run into is that when writing web applications of forgeries this kind apostle work was sexy for a time I think was about 2007 and for anyone who was around them and it was really awesome to write these things that gave as readability if you we can do parcels at the municipal level better than you can and that's your bread and butter on it's not any more fun to do that for a lot of people but the thing is despite sexy kind of being temporary but there's still a point for it even these old dudes wearing gray wigs that's not really all that attractive anymore but some people the awake i G amuse happens to be awake some people need to identify select and print reports on parcels and god damn it we're going to given the tool that doesn't really well and we wanna give it to people who don't have the program we don't have to do anything we set up a mission statement Morgan chase after it as best we can so for anyone who uses it for those purposes and was it for those purposes they should be here and I for
on the other lesson I learned as a project manager and as a as a father is that there's a real great analog between your users and your children as sometimes you make decisions they don't understand but it's really for the best interest of the and sometimes uh when they're really complaining about how the house smells funny might because the cat actually Pete in the corner you have to clean it up and so it really is important to listen you used to be perfectly honest I don't even know how many users we have reduced I've got some ideas about the download counts and page views in statistics and tickets and we all have those kind of ideas but every now and again only get a random e-mail from 0 don't of Mongolia Sweden and various bits of Africa people asking me just random questions about the application install people have never heard of people have never showed up and down the blogs and I if honestly I could fill a room of Jews users and not for conference suffer anything else but just to tell and thank you for using a product I would because it's like just thinking that someone's out there and I could be making a day better not really helps the free
and open source software is open source and and its software but of course it's never free this really echo something you got from the keynote this morning in fact fell rather due because I made this slide way before she made that slide I had and and win we for sure the project as working for simple it was my job to work on tumors and I really enjoyed it and and you look at other open-source projects and things like leaflet and OpenLayers or bootstrap and not our angular any number of these really popular assortative open source applications open source libraries they're all fall out from a really they from a much bigger corporate effort in June having be followed from a corporate effort that corporation happened to be the city of St. Paul which to me is a municipality but in recent days and the city of St. Paul doesn't even use it that much anymore like that the place that would that originated it is still trying to hang on but and they find people it's easier to find someone who has a piece of paper that says I know how to run as we software that it is to buy a service contract with a small company frankly I so what happens well when a guy like me leaves a municipality answers working for a small business you attach a number to every minute of your time and that number is a client number it's an invoice number and it's a dollar amount and so sometimes when people would tell me hey there were 13 things wrong with juice and I would say hey that's 13 hundred dollars of my time and that's not a great reaction either as a product manager or as someone who's trying work with what they thought was free software but and if it makes it hard it makes it hard to run that that balance when your and really trying to uh keep something going and not really being paid for it and so what he do the you learn to love the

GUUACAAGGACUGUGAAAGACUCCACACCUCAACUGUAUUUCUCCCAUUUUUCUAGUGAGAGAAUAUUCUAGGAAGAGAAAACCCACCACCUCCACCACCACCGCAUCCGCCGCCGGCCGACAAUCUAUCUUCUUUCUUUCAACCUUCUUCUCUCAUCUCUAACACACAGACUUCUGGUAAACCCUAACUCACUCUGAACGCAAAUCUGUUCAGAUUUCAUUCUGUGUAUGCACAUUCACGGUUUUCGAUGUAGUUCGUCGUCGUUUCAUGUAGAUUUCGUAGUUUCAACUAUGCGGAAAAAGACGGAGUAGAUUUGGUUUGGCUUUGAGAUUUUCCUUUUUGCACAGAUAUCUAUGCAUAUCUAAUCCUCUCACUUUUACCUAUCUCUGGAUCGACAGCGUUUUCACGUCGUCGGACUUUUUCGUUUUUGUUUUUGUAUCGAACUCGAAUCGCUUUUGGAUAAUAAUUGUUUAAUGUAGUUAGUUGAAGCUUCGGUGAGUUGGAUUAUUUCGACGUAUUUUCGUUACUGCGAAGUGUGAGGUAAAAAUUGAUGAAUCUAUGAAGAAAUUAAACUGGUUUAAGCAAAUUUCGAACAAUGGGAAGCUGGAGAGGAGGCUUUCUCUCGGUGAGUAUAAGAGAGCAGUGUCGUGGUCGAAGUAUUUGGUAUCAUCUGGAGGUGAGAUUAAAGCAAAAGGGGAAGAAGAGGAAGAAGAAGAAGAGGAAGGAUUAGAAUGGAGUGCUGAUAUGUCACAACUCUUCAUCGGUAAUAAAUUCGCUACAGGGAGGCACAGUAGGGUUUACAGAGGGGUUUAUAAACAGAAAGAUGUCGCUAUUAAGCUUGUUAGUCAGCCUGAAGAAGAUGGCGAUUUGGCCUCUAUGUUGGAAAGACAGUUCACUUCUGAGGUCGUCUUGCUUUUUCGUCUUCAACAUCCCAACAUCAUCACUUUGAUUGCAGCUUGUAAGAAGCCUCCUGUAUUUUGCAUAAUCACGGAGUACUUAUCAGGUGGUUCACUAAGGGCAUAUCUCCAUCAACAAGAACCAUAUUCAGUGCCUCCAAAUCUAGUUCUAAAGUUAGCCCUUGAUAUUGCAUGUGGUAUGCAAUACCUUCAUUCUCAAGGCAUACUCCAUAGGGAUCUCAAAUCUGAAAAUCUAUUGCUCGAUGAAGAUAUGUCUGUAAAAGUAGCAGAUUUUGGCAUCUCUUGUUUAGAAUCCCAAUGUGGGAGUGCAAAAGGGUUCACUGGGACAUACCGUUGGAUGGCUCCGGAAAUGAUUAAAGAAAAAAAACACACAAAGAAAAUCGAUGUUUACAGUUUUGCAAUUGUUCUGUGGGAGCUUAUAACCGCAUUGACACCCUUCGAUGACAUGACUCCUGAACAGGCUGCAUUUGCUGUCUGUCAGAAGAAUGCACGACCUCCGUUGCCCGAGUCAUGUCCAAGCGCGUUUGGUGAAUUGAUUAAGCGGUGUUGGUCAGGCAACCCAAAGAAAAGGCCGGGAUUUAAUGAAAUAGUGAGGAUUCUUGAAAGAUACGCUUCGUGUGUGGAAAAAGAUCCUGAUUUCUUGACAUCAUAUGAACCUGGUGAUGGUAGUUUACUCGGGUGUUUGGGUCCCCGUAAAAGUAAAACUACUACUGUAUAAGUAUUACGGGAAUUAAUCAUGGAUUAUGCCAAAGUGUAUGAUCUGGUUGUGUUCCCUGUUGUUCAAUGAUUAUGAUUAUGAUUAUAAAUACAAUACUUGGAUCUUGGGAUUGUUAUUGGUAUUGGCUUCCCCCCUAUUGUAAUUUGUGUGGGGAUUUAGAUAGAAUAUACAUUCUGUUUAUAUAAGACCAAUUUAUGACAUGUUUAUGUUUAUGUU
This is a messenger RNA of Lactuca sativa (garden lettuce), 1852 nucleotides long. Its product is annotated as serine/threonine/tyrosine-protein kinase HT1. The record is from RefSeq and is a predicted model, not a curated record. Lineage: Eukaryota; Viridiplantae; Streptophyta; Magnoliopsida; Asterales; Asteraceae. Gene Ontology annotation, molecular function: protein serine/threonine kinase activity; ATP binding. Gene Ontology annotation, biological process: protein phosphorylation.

beast I I think of uh I I don't do open source software anymore and because I get necessarily paid for it because summons painfully contributed ideas that because I love it I do because there's a passion for it I do because there's really and a lot of useful things that people do with it I love to see it and even though we have to make certain things we have to make certain decisions induced that I hate I hate thing number 1 is please make this work on Windows well a county administrator has a server that servers Windows Server Windows Server 2003 sometimes maybe 2008 might even have service packs applied to it and the awesome and they want to run a little parts or whether application well it where here so that how do you make that not painful for someone who's in that role well the easy answer to be run MS for W and that comes with PHP map script on it and all you have to do is on that this package in the right location and magically you have a a web application and not couple hours later some frustration a google search 3 post to the users lists and possibly a backchannel e-mailed to me in your web application will be up and running but but that doesn't mean I don't wanna put PHP unceremonial ceremonial pile and Berlin are in fact it's sort of like to take the PHP code induce and murder at like Rasputin I would like to take it should hit in the head quarter thrown in a well covered in I pull it back out burn it but to ashes and then throw it in the ocean and that's my kind of thoughts as the other important part about an